These statistics illustrate a few of the positive results achieved by the Clean Marine Eco-Rating program. Similar programs operating in the US are all staffed, operated and funded by state or federal agencies, many of which give financial incentives to participating marinas. The state of Florida even gives a rebate on water lot leases to those who participate and the marinas pay nothing to join! Mandatory re-certification is not a requirement of any program other than Ontario’s; only certain specified requirements must be met.

The OMOA is committed to the Clean Marine Eco-Rating program, getting it “back on track”, towards the long-term goal: every marina and yacht club participating in the program.

You Can Take Action Too

As a boater you may say, “We’ve always been conscious of our environmental responsibility around the water, but what can we do?”

It is highly unlikely that boaters would consciously pollute the waters they enjoy so much. Without being properly informed of the consequences however, we may inadvertently do things that are detrimental to good water quality.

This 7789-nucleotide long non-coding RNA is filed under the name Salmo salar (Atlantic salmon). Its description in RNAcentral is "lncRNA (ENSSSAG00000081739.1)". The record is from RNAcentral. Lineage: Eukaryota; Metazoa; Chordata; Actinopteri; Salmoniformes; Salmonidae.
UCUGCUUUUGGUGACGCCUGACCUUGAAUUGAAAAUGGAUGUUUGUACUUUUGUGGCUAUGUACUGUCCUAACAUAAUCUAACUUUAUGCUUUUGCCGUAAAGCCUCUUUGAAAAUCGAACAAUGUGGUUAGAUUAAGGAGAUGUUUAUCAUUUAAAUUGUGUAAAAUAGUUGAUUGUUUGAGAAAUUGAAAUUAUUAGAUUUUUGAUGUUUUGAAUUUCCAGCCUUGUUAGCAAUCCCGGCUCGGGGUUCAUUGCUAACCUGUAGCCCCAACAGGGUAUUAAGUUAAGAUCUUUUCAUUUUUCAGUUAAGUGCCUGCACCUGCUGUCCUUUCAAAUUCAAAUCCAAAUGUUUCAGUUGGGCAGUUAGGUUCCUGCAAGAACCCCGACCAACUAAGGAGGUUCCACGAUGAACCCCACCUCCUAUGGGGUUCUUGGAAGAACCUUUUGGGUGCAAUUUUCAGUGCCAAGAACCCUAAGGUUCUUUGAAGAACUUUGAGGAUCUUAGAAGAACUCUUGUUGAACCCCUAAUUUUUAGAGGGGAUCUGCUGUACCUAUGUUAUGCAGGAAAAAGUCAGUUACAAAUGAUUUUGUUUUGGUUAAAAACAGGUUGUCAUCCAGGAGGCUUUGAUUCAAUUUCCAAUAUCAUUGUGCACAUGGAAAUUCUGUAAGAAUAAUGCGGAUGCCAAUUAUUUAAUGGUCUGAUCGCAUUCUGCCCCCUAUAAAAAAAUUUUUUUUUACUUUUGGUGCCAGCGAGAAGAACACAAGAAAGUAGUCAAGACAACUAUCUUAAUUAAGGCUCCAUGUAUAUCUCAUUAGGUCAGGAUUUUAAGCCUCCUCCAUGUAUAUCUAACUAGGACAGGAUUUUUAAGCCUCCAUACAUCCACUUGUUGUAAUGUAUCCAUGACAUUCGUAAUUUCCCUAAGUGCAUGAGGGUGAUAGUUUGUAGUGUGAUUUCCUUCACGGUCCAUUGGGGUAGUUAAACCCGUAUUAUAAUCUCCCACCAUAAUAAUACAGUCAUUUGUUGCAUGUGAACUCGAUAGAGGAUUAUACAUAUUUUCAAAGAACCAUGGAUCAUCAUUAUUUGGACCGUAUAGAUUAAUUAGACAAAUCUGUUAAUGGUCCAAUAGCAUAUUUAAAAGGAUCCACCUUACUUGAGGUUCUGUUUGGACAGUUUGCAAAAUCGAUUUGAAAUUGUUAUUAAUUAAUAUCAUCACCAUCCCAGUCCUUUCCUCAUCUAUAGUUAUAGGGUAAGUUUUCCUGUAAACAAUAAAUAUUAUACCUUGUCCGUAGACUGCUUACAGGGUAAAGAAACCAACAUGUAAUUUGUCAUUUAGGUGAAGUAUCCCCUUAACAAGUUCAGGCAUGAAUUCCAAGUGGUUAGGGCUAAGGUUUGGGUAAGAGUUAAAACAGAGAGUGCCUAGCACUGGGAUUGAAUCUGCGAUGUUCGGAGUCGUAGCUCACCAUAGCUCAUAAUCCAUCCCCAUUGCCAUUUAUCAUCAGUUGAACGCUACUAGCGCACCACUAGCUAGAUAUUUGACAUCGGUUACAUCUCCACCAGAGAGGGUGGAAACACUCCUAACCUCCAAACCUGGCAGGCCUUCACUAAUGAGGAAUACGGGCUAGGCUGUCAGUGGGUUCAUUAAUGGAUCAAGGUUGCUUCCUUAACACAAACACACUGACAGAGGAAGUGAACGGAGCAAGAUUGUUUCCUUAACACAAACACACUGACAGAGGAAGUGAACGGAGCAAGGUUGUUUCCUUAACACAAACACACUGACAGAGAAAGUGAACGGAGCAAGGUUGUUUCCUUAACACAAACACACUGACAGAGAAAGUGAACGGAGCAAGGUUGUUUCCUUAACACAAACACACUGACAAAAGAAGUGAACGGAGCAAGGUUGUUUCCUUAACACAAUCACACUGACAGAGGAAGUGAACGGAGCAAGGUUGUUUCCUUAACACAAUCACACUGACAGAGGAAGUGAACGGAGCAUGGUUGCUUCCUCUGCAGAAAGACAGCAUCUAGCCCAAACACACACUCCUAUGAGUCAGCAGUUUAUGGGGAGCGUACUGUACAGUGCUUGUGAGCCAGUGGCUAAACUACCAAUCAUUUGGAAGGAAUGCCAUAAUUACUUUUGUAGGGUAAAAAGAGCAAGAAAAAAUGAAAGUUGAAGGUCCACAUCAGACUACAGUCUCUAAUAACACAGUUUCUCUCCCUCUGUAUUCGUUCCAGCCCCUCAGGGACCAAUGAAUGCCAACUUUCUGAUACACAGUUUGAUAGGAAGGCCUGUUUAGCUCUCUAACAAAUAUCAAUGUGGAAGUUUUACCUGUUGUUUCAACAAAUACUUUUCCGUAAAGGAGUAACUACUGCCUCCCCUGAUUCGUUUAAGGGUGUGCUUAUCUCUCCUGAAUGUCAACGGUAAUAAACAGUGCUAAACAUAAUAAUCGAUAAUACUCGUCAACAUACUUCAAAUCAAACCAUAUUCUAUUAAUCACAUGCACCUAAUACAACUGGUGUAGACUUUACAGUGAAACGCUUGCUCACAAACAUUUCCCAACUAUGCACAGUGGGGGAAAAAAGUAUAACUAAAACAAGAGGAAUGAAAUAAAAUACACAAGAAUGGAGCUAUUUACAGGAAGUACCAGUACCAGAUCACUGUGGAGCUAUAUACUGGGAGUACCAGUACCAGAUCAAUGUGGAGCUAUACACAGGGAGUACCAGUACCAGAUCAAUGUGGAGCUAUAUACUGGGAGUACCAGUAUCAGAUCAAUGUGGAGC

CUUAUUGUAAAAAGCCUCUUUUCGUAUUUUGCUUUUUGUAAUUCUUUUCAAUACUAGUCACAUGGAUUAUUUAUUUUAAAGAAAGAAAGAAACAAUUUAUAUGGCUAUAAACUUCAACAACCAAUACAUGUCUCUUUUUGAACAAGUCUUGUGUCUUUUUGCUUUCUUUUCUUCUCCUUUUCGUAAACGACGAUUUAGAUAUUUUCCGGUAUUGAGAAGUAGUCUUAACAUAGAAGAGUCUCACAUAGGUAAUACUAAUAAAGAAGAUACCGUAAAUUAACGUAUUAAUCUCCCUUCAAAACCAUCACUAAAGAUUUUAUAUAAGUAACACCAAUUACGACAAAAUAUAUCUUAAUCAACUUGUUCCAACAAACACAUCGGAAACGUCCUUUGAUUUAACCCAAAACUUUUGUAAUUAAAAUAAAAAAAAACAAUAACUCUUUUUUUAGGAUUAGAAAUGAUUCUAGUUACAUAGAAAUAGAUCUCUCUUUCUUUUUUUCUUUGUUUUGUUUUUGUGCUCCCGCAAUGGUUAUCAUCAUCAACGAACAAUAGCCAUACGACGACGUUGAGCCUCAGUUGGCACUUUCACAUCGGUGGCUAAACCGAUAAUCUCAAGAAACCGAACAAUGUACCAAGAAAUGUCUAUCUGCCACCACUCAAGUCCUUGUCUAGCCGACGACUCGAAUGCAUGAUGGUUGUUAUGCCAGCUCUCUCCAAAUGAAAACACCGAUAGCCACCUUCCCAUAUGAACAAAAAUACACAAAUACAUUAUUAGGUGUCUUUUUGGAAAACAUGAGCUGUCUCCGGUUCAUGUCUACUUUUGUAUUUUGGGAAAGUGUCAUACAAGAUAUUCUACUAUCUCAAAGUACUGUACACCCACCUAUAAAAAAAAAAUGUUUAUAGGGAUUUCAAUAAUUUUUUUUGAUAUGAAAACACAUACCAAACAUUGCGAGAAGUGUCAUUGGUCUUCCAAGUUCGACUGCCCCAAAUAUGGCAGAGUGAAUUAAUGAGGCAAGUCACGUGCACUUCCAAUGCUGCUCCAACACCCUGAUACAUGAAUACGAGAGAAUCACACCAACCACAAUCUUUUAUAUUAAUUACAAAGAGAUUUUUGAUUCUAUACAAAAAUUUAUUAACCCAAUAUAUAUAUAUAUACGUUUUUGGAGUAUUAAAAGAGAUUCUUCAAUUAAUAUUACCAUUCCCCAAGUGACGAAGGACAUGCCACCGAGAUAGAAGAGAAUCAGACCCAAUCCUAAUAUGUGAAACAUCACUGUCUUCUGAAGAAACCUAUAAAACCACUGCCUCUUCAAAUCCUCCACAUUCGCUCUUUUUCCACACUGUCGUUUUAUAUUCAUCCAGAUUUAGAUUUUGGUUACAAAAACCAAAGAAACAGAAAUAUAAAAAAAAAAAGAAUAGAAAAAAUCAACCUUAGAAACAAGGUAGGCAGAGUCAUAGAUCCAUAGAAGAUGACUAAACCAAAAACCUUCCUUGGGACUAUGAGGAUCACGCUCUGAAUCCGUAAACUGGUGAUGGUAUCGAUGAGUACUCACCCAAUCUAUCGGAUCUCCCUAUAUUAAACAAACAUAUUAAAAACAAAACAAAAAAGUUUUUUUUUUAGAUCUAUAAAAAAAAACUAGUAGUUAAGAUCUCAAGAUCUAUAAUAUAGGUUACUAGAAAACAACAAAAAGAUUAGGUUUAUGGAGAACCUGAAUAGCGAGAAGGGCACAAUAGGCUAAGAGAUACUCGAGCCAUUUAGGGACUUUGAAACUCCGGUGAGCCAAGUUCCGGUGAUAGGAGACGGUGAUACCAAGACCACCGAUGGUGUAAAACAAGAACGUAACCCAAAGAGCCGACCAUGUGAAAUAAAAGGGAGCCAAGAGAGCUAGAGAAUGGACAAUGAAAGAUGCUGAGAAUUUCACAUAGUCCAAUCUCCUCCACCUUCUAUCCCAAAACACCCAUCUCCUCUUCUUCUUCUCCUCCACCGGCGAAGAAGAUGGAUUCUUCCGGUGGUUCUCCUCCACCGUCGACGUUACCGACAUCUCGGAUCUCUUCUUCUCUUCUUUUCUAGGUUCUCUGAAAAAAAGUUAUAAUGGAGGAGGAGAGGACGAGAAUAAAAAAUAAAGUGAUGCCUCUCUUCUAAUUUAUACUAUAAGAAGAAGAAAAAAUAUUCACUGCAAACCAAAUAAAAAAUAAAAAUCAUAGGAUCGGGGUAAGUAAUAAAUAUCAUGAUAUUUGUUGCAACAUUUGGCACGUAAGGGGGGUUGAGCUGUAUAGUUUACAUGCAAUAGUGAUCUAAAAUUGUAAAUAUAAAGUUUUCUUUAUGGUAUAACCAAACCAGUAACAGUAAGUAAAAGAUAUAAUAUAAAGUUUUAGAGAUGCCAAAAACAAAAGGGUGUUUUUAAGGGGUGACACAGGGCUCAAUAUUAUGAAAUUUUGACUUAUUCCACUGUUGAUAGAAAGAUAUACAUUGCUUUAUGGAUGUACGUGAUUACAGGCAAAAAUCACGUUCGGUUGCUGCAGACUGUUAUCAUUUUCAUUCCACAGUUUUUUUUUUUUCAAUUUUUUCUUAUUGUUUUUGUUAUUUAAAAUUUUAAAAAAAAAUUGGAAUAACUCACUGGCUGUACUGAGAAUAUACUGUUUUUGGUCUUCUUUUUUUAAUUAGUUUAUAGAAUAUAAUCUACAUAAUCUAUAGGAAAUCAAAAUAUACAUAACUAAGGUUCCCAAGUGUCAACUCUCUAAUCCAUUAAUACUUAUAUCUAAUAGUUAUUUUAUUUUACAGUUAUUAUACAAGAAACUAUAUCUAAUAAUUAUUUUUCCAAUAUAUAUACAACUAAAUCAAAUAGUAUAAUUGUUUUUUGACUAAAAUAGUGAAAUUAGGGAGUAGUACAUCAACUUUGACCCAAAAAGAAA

Boaters are not just the “rich guys” with expensive yachts. They are canoeists, kayakers, sailboarders, anglers, hunters, water skiers and all those who enjoy recreational activities on our lakes and rivers. Boaters are not major contributors to decreasing water quality if the total picture is observed, but they can be contributors.

One litre of spilled gasoline can contaminate 20,000 litres of water. Oily water from a messy bilge leaves a choking rainbow-hewed slick, as does the exhaust residue from an aging outboard engine.

Obviously, larger powerboats have more impact than kayaks and canoes, but anyone being careless will have a detrimental effect; therefore, everyone can contribute in some way to protecting the environment. If we all do our part, commit to making a more conscious effort and informed choices, these lakes and rivers will be handed to our children and grandchildren, in the best possible condition. Consider the following suggestions for this boating season.